A stubborn fog kept things cold even after the sunrise. I was definitely not winning an fashion awards with my attire - multiple hastily-assembled layers paired with a red fez that I had acquired in Cairo. Jason assured me (and continues to assure me) that I looked very silly indeed. I can only assume that the correspondent from Egypt TV had comedy in mind when she asked us to take part in a live interview. According to her, we were seen by millions of Egyptian TV viewers. Jason got to say a few words about the eclipse. I was (perhaps wisely) denied the opportunity to address the nation and had to be content with smiling awkwardly at the camera. The crew claims that it is not possible to get a tape of the broadcast. We will follow up on this later. The OC has not received this much journalistic attention since we appeared in a Vietnamese communist newspaper way back in the day.

After our television debut, it was warm enough to shed a few layers and break out that most ingenious of all time-wasting devices: the hacky sack. We only managed to attract one other player - a student for the American University of Cairo - before wilting under the disapproving stares of the Egyptian secret service. President Mubarak was nearby (less than 50 meters) to view the eclipse, so security was very tight. There were no fewer than 5 different kinds of police and military running around setting up traffic cones and otherwise trying to look official. As far as I can tell, their efforts were a complete joke. On entering the main tent, you had to pass through a metal detector, but your bags were just put aside to be collected a moment later without inspection. Even the most boneheaded assassin could have beat that system.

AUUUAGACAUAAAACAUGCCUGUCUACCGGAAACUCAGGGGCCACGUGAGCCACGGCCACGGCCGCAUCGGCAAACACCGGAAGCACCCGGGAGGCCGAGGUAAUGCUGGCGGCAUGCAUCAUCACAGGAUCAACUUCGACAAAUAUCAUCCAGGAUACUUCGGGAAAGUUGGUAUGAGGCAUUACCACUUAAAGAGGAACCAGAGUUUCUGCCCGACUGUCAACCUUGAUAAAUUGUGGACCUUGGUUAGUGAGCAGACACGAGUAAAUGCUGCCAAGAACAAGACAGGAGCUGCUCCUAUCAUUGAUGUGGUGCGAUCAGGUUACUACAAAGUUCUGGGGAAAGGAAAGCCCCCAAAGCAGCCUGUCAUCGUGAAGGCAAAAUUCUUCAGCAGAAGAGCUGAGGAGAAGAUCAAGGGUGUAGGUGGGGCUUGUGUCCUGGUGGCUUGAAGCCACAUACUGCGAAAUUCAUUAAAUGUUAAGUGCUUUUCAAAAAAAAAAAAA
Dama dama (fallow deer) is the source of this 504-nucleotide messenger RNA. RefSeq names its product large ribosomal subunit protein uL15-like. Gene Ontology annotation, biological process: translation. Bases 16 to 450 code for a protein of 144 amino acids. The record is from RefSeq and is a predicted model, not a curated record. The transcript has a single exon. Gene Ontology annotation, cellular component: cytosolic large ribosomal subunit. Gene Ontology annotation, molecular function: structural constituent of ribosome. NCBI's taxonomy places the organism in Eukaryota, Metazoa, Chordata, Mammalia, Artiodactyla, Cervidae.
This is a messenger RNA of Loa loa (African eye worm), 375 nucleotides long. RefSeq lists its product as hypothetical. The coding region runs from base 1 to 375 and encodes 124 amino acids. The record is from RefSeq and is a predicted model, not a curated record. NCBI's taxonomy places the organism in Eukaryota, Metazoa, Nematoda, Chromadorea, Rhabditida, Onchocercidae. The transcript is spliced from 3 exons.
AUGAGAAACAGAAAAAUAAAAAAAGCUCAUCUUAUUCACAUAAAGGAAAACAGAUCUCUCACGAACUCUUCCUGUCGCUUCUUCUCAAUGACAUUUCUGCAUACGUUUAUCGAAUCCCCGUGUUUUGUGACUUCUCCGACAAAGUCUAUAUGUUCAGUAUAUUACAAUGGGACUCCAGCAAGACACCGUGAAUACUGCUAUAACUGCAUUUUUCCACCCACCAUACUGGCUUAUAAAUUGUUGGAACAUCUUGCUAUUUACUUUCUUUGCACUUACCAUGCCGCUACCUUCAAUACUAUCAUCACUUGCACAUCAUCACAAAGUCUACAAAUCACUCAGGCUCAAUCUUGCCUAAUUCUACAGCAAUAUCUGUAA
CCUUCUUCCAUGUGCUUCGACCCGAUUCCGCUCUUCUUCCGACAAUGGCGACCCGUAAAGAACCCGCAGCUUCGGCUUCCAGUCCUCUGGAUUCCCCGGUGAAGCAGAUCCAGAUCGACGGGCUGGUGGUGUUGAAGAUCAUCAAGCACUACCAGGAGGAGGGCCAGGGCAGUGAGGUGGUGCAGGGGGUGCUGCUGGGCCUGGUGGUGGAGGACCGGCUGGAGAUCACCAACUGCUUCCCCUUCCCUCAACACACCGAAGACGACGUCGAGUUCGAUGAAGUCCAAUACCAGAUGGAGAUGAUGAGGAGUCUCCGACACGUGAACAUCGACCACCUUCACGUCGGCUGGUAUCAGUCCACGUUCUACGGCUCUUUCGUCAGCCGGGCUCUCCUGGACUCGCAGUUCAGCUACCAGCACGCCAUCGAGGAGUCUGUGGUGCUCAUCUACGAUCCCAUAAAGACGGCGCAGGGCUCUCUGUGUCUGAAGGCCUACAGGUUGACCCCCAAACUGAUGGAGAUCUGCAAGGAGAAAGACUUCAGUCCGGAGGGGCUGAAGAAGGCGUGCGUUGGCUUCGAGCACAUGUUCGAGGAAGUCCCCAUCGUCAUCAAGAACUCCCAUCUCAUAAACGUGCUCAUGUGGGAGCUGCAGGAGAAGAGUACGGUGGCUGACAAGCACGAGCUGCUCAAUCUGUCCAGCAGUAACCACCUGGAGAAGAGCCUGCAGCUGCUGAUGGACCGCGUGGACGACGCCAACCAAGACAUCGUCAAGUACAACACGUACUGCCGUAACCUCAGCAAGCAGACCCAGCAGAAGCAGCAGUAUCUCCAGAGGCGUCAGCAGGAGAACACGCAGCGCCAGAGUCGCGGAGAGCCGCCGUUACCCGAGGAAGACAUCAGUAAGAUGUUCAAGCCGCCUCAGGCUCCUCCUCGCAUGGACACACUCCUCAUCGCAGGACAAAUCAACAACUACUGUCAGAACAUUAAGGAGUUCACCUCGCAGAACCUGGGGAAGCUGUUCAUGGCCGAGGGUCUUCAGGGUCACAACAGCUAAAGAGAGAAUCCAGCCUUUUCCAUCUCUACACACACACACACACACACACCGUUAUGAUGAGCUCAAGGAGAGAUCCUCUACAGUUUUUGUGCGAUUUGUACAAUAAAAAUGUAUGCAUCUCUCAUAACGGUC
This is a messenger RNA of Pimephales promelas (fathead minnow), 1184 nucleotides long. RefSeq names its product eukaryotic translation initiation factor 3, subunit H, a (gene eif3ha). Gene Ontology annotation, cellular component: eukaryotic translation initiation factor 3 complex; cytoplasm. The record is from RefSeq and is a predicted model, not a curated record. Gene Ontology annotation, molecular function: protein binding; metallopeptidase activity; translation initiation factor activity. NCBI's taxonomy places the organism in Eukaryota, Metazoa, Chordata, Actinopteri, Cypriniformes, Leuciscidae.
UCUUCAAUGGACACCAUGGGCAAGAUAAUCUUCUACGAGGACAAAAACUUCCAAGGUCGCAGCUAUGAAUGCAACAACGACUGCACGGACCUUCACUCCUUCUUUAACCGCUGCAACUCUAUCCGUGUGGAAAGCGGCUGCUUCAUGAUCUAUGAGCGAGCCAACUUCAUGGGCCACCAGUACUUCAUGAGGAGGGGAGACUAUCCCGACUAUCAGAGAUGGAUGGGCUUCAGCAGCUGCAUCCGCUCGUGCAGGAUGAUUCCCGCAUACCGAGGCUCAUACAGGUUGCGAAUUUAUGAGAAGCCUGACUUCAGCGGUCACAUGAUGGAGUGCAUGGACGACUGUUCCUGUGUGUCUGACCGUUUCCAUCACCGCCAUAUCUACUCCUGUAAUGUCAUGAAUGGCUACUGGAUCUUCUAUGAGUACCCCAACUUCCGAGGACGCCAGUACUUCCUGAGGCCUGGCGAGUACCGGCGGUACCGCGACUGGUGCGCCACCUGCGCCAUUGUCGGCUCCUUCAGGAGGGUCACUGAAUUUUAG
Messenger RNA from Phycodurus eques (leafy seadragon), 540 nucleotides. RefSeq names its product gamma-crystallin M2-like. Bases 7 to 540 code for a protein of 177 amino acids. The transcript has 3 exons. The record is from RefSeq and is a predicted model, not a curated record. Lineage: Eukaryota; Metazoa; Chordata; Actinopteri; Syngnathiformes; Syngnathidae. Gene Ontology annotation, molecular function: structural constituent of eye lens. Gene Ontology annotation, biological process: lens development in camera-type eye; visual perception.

Things started to pick up as we approached 11 AM and the first kiss of sun and moon. Bearded nerds fiddled excitedly with their equipment as everybody made a few last minute adjustments. A contingent of legit scientists (including one very animated Ukrainian astronomer in a sheik-style headdress) announced the start and all eyes went skyward. We had managed to score some of those fancy mylar eclipse glasses from an ambiguously European woman and some chairs from the main tent and were thus well equipped for a civilized observation of the event. We shot some stills and a bunch of video using the glasses for filtration and some books to steady the camera. The arrangement (however ghetto) seems to have worked well, but nothing we shot really looked like much up until the time that the moon completely covered the sun.